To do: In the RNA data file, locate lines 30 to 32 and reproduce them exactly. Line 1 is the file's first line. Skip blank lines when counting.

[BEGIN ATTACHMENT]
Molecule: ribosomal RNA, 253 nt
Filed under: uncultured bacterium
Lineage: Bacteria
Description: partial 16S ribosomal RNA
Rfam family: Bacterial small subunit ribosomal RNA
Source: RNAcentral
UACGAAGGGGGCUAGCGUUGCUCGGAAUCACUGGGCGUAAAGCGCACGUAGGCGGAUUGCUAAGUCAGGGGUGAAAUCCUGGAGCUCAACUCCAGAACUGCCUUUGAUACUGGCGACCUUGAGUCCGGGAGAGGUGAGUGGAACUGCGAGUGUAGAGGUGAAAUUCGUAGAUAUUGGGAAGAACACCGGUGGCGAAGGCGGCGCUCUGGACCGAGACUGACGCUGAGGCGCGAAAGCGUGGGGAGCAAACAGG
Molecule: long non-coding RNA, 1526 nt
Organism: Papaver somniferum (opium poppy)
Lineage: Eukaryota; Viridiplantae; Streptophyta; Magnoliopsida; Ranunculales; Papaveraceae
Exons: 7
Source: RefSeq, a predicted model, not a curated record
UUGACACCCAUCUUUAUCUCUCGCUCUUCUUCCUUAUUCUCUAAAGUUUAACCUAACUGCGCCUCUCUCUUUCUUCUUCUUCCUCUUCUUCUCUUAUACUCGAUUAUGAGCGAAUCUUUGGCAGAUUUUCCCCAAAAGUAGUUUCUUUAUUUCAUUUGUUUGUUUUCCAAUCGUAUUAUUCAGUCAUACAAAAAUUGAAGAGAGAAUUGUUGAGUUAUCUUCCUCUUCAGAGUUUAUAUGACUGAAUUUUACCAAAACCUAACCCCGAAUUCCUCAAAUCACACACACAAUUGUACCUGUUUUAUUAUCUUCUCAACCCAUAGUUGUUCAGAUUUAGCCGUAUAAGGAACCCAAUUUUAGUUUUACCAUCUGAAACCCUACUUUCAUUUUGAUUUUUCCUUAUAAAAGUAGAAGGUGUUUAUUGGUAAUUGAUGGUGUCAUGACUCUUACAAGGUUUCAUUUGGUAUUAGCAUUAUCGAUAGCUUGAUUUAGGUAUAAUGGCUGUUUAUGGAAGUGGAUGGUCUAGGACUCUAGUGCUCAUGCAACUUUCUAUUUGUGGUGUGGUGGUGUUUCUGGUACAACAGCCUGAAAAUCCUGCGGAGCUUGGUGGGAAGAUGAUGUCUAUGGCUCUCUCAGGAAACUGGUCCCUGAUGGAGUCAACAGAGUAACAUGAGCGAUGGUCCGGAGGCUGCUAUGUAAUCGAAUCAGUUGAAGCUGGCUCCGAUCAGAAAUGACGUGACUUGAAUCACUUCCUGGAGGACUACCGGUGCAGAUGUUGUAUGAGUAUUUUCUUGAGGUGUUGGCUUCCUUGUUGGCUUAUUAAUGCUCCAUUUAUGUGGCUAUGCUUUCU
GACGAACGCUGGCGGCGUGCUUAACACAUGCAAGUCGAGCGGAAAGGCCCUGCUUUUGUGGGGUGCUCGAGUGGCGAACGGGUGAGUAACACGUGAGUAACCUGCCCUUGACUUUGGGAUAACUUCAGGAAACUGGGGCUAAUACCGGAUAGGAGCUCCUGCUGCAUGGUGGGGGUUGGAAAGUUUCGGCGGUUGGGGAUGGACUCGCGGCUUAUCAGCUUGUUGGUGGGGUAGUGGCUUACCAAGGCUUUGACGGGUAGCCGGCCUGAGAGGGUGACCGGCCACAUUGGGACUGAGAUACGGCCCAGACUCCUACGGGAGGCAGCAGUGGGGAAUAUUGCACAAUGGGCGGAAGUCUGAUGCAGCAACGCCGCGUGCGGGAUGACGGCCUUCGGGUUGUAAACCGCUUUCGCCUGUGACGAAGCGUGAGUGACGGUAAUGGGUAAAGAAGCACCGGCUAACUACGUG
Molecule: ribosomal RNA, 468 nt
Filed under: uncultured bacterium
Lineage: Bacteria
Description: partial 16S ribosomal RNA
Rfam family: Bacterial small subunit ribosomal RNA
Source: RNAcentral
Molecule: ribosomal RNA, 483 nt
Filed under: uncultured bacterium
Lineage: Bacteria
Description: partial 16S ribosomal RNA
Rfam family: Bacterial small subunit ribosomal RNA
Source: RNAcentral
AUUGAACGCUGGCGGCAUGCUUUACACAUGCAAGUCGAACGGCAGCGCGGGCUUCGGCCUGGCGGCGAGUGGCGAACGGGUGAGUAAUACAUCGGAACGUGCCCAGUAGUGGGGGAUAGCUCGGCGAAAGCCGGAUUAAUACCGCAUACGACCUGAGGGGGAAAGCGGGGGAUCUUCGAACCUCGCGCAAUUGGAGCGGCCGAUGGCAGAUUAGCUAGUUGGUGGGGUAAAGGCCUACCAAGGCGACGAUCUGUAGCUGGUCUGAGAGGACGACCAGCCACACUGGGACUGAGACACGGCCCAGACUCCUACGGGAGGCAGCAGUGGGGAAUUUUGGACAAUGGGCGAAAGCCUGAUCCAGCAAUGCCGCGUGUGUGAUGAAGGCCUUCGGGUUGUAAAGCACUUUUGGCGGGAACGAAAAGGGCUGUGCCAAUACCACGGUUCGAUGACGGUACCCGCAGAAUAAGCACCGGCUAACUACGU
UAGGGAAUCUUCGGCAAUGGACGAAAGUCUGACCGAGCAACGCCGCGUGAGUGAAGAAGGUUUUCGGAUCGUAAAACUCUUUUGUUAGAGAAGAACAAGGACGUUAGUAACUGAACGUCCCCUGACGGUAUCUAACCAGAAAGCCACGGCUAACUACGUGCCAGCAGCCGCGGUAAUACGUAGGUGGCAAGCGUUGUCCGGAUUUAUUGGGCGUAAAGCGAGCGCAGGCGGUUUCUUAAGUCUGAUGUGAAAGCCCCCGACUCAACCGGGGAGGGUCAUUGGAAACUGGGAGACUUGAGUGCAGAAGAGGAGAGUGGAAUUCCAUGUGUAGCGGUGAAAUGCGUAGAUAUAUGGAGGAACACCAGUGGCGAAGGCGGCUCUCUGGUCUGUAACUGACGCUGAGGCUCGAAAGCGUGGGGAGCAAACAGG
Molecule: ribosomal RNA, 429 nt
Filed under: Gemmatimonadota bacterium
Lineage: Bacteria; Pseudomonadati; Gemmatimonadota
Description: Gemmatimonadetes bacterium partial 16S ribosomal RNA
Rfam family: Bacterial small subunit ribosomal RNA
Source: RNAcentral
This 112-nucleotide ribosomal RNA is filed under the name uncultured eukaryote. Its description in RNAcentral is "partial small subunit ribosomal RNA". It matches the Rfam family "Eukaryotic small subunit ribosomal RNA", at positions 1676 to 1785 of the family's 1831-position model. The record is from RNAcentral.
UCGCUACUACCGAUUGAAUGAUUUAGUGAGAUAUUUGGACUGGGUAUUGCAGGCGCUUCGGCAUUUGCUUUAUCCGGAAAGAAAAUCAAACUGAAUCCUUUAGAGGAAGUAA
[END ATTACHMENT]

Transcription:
Filed under: Gemmatimonadota bacterium
Lineage: Bacteria; Pseudomonadati; Gemmatimonadota
Description: Gemmatimonadetes bacterium partial 16S ribosomal RNA